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After the Deluge

It is too early to assess the full scope of Hurricane Katrina, much less its larger meaning. It will be months before we have a clear sense of the disaster’s toll on the national economy, and years before we know if New Orleans can be revived. Even counting the dead will take weeks.

What does seem certain is that America has suffered a blow unlike any we ever have known. It’s natural that our grief and shock are mixed with anger. Amid the rage, though, it’s well to remember that we don’t yet know what happened. Until we do, we can only guess at what needs fixing and who’s to blame.

How many died in the fury of the storm, how many in the flood that followed, how many while waiting for rescue in the chaotic aftermath? That tally is months away, perhaps longer. How many of the deaths could and should have been avoided by better preparation beforehand or more focused action as the storm hit? How many were killed by the cruelty of race or class? How will our nation respond once the facts are known? Will we become a stronger, more united, more generous people, or will we sink into greater suspicion and recrimination? Those answers could be a generation away.

It is not too early, however, to begin assessing the events and examining what can be known of the most obvious failures — particularly in the appallingly inadequate first response of federal, state and local leaders and emergency officials. The entire world watched the calamity unfold live on television. Just about everyone, from the angriest survivors on up to the president himself, now understands that if CNN could get its cameras into New Orleans in a matter of hours, the National Guard might have gotten in there with water and emergency supplies in something less than three days.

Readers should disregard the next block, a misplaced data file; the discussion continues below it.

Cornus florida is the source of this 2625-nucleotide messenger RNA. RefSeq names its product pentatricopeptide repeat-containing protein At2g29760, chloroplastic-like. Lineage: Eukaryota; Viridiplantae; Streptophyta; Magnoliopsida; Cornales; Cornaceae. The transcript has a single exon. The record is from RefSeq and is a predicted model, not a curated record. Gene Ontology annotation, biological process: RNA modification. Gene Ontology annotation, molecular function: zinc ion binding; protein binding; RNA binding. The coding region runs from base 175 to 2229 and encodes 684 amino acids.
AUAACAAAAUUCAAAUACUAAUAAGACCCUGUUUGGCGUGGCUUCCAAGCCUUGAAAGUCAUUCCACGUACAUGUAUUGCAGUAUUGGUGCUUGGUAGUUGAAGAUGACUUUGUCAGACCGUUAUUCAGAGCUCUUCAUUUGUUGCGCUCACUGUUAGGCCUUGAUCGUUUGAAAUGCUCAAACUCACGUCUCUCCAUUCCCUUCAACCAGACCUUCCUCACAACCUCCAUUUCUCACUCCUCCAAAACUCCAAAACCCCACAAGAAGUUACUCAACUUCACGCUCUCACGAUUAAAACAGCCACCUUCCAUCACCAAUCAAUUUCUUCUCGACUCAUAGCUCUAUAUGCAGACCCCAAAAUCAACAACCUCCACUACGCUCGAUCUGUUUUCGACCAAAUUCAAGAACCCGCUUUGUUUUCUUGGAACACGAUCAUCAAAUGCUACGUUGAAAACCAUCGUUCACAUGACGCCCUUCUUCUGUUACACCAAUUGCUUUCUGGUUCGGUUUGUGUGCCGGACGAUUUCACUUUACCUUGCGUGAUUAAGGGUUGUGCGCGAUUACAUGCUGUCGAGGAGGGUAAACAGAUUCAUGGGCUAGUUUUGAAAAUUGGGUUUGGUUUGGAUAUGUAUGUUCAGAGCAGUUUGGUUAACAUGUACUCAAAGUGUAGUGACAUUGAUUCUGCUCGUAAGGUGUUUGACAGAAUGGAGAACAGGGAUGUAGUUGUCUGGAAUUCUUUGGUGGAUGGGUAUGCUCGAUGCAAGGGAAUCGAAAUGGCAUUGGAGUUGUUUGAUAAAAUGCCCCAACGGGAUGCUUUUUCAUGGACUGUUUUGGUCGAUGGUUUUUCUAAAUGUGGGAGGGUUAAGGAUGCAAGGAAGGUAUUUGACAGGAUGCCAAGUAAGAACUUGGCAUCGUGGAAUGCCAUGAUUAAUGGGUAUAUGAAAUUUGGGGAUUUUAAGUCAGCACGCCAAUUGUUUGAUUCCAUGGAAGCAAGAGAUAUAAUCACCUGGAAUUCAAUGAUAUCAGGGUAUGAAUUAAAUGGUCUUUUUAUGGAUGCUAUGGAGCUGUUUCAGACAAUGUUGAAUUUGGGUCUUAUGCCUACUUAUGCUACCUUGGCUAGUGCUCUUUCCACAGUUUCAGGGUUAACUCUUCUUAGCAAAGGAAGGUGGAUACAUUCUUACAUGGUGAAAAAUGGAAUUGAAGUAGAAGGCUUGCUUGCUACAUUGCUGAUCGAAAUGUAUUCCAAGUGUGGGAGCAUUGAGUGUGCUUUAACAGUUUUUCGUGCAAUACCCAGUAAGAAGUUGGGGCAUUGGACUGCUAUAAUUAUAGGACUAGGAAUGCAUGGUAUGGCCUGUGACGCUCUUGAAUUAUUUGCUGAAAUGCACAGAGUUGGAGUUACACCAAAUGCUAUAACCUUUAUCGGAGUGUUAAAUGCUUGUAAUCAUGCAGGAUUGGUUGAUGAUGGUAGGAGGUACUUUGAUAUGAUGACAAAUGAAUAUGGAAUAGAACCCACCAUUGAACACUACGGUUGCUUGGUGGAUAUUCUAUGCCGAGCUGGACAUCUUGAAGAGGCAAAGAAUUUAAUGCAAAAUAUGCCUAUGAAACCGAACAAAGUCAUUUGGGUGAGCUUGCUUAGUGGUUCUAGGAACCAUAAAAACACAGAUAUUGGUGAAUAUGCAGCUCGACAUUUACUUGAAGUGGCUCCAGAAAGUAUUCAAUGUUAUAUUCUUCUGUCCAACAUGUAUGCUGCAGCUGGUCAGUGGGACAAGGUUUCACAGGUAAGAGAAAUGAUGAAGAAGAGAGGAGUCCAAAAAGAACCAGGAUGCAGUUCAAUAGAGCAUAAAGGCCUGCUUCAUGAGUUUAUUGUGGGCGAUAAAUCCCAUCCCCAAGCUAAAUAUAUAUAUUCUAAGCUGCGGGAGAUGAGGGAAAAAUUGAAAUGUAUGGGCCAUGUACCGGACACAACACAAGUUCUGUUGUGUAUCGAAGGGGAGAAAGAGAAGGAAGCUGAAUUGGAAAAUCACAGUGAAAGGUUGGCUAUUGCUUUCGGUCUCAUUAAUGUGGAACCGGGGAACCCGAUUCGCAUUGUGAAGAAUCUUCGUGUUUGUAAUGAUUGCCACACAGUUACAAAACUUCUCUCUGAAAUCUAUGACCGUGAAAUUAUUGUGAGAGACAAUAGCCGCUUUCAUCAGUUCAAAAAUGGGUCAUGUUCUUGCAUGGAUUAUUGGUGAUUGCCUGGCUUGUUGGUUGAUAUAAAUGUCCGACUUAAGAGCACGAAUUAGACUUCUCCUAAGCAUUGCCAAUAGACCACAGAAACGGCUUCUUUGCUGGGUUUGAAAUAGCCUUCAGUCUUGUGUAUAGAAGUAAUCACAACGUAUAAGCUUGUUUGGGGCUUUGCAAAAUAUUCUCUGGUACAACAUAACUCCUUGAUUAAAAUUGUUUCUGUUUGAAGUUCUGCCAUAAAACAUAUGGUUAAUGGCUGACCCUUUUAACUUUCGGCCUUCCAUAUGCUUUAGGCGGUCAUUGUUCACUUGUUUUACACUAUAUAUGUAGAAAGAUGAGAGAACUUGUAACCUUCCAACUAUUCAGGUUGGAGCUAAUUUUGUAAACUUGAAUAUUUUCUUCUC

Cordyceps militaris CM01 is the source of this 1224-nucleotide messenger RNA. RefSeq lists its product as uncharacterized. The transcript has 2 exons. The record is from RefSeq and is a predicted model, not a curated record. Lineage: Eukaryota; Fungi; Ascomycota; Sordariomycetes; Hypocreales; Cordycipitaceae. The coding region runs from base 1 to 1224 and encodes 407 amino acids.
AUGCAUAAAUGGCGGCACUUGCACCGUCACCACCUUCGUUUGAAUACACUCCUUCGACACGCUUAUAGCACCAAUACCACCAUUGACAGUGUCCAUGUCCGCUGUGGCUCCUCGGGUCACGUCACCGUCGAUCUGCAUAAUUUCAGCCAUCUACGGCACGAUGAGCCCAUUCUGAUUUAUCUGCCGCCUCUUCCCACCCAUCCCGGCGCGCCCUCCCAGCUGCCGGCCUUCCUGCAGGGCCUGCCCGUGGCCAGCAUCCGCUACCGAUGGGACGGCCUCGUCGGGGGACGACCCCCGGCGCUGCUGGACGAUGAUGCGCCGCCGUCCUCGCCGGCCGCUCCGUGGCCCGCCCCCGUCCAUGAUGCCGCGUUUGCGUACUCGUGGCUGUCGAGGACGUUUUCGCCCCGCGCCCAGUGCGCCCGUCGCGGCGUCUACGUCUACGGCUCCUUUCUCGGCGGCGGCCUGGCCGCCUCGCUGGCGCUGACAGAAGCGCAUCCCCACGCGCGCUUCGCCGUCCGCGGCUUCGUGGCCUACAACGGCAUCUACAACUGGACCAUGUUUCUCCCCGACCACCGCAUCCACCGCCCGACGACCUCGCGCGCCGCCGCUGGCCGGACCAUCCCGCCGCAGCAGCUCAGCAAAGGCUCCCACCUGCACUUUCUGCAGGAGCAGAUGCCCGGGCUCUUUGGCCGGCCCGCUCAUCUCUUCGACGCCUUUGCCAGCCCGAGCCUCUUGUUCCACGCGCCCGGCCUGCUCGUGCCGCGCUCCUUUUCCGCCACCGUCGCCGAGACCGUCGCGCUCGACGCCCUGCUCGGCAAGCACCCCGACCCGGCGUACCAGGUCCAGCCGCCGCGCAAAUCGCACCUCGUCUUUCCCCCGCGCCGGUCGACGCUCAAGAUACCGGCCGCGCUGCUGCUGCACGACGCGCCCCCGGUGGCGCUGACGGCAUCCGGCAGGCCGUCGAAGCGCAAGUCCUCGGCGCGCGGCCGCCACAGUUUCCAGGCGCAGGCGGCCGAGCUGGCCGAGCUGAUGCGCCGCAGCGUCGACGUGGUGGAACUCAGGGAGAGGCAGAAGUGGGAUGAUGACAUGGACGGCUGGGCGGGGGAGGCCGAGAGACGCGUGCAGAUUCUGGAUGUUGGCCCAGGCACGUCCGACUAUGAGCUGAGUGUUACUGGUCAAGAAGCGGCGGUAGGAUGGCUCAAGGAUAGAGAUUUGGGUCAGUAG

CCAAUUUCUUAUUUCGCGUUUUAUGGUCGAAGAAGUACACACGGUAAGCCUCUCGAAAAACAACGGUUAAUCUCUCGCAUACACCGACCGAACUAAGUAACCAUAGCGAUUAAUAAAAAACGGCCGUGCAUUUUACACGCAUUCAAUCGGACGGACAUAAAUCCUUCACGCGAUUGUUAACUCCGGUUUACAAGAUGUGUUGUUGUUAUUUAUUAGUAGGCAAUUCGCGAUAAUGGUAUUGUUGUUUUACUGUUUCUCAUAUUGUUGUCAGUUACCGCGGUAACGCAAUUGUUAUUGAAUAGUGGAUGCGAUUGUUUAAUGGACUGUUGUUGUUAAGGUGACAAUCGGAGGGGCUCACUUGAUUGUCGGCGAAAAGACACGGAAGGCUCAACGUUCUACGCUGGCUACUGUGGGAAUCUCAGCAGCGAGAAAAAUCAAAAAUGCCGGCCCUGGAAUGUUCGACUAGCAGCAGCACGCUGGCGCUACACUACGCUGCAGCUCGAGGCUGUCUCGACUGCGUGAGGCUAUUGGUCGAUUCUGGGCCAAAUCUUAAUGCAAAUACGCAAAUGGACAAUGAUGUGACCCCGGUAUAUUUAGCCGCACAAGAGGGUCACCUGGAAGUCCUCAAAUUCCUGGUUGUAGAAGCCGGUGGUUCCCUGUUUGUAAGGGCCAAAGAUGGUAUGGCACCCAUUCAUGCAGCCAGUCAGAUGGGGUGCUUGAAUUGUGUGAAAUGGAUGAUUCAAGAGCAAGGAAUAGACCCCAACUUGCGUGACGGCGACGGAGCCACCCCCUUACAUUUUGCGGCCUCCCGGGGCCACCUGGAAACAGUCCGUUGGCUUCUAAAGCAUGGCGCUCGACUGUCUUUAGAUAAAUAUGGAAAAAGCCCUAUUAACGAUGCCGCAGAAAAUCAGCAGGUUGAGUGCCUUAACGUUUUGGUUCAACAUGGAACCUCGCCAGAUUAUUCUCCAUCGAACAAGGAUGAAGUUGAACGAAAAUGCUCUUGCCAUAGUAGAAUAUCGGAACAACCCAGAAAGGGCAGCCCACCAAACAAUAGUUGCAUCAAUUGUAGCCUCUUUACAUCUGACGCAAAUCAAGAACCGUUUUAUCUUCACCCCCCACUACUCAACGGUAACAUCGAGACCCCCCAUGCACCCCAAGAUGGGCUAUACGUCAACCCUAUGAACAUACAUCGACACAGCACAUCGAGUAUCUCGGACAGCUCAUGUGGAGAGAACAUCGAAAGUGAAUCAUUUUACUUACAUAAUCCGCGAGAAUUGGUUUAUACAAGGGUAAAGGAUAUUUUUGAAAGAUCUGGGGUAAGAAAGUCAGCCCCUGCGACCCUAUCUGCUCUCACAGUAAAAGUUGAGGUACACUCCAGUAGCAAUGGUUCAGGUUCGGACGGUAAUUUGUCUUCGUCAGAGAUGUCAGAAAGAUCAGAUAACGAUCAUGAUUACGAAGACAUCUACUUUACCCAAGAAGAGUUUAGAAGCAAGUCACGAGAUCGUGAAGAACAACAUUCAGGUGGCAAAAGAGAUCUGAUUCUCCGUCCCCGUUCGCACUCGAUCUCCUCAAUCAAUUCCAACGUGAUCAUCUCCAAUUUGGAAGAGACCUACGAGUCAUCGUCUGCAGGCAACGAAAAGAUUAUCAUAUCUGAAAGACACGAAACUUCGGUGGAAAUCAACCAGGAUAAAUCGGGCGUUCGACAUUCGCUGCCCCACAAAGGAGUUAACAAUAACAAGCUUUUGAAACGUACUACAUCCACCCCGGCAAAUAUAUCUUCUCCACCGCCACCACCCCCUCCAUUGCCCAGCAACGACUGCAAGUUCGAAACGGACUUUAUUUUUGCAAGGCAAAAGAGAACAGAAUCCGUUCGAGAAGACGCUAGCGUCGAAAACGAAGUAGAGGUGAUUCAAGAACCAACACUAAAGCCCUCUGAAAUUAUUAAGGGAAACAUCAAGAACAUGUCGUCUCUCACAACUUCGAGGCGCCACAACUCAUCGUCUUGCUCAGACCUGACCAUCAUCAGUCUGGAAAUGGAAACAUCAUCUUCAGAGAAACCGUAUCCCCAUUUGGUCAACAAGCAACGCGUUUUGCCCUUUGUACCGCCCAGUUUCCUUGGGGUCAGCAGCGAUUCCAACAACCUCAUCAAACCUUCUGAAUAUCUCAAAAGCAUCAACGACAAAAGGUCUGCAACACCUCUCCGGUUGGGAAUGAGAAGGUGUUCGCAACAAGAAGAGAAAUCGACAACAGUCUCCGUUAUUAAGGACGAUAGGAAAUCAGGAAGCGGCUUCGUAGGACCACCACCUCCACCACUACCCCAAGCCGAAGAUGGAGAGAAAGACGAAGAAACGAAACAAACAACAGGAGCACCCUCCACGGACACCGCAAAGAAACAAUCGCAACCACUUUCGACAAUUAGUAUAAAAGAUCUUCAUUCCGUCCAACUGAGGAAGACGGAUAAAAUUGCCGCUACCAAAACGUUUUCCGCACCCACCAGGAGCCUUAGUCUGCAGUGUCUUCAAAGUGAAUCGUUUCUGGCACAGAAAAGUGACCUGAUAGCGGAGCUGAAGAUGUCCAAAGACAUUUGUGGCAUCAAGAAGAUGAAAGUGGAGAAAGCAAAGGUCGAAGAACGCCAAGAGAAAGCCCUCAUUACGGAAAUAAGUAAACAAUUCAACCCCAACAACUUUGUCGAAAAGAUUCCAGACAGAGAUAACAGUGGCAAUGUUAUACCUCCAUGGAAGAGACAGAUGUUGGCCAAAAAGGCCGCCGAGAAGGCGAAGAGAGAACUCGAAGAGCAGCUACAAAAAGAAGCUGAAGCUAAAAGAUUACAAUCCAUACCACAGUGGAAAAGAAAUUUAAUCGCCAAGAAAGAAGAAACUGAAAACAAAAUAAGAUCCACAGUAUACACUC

It’s clear, too, that the delay in the authorities’ response had to do with more than merely nature’s unpredictability or logistical difficulties, as some top federal emergency officials have tried to suggest. The magnitude of the storm had been known days in advance. The vulnerability of New Orleans — including its levees — had been discussed openly for years. There was no need to be surprised. And even in the face of surprise, decent leadership could have managed, with imagination and a spirit of improvisation, to initiate a visible first response, impose order and instill hope before the despair took over. Think of the dramatic international response to the Turkish earthquakes of 1999. Think of September 11.

These are not partisan criticisms. There will be blame enough to share among the federal, state and local governments as the answers emerge. If the larger burden of responsibility seems likely to fall on the federal government, that is first and foremost because its resources dwarf those of the other authorities. That much is clear to Republicans and Democrats alike this week. Only the most diehard administration loyalists persist in averting their eyes.

The eyes of the world are fixed now on America’s agony and shame. Our nation needs to begin a process of accounting that is — and is seen to be — credible, independent and unafraid to ask hard questions. The various investigations now being launched by the White House and Congress are important, but they cannot take the place of an independent, bipartisan commission along the lines of the 9/11 Commission. When the answers do come, they must have sufficient credibility to unite us rather than divide us all over again.

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